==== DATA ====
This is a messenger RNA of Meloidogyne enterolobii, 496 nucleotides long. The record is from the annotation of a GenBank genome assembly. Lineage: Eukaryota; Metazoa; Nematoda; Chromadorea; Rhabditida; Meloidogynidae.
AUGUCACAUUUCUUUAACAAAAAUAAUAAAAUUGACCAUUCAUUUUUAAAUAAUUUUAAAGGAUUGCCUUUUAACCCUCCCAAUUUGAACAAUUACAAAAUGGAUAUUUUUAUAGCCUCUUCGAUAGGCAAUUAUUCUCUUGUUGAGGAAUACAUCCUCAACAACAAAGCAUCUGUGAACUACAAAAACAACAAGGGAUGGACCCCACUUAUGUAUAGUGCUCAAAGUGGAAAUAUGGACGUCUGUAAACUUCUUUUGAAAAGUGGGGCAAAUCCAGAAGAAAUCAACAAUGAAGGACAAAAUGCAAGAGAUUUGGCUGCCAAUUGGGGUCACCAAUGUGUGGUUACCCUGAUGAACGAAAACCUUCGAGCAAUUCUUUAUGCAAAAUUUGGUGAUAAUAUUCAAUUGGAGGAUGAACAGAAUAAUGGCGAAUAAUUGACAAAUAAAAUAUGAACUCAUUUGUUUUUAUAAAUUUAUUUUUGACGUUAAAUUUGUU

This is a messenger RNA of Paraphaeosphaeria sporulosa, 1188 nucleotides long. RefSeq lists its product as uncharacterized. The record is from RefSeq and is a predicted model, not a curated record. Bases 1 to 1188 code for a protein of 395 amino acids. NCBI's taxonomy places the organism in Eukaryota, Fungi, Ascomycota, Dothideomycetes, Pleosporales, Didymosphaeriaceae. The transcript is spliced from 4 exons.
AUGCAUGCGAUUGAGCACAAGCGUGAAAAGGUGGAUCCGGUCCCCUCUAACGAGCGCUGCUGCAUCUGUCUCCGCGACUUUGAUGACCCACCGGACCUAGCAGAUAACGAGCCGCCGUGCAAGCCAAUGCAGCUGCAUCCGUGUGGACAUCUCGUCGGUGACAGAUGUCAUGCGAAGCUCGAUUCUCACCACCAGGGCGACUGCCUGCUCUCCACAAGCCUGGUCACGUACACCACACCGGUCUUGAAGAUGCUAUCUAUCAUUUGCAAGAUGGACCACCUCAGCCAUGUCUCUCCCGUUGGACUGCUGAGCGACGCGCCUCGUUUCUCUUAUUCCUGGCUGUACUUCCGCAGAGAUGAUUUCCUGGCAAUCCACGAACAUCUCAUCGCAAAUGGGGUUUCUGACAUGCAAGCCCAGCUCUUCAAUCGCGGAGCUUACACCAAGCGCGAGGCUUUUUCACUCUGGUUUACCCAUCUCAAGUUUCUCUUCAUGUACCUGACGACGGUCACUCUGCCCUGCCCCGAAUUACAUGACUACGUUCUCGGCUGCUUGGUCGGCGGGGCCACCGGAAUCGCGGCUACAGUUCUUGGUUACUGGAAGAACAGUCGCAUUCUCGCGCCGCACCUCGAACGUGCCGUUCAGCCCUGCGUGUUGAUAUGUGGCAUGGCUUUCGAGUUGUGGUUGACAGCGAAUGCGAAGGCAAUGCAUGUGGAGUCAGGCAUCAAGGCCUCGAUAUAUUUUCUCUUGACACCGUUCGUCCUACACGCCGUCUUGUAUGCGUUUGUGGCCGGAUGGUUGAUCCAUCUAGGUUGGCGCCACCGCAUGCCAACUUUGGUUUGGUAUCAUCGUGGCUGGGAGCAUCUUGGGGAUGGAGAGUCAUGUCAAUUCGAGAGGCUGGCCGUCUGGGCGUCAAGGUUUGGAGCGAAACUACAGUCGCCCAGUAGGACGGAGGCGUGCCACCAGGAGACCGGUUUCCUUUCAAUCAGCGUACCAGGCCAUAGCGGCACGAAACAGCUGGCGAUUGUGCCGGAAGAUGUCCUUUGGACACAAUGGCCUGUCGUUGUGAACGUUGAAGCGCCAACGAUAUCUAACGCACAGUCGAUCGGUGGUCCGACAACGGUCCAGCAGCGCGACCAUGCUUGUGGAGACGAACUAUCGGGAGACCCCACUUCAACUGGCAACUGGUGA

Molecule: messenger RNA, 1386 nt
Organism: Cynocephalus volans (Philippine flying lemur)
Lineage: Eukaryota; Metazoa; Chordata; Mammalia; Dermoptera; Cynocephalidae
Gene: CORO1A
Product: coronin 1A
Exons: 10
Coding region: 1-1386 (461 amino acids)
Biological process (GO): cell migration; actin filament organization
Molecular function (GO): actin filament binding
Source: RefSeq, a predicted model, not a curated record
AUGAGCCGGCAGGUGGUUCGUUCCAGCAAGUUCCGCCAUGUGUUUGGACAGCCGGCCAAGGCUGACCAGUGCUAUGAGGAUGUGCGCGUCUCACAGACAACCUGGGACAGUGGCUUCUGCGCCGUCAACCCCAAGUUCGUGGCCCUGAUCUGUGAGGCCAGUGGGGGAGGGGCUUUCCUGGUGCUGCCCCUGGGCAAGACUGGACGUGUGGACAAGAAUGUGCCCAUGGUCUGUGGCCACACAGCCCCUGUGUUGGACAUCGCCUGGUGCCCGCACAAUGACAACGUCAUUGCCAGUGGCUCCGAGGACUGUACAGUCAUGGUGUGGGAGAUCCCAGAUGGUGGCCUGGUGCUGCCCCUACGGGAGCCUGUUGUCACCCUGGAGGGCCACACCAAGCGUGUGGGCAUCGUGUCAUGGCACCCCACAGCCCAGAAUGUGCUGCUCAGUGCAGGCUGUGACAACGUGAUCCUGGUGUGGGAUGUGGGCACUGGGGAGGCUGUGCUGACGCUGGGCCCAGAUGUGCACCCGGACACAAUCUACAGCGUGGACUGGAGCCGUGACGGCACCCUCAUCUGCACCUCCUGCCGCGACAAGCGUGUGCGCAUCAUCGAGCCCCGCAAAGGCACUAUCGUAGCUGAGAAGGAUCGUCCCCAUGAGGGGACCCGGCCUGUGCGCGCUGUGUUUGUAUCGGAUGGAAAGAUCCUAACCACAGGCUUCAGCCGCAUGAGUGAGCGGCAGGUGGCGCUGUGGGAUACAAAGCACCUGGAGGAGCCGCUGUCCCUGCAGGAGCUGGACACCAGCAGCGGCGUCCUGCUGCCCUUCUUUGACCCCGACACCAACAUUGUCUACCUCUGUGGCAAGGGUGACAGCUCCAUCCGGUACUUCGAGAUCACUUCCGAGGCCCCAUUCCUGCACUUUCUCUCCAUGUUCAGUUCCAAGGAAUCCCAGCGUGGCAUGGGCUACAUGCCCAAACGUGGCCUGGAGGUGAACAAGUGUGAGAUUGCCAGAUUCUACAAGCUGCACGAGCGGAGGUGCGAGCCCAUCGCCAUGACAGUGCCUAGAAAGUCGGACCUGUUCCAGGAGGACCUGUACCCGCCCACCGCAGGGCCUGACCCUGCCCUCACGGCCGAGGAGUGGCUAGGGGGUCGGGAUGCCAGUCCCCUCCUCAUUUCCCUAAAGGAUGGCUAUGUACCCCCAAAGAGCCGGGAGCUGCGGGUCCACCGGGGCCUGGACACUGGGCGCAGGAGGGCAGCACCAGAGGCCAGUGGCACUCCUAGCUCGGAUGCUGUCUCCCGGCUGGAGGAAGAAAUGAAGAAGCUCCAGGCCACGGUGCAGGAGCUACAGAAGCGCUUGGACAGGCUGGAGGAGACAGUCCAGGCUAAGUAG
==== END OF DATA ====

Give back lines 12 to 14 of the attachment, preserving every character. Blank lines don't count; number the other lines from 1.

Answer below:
Biological process (GO): cell migration; actin filament organization
Molecular function (GO): actin filament binding
Source: RefSeq, a predicted model, not a curated record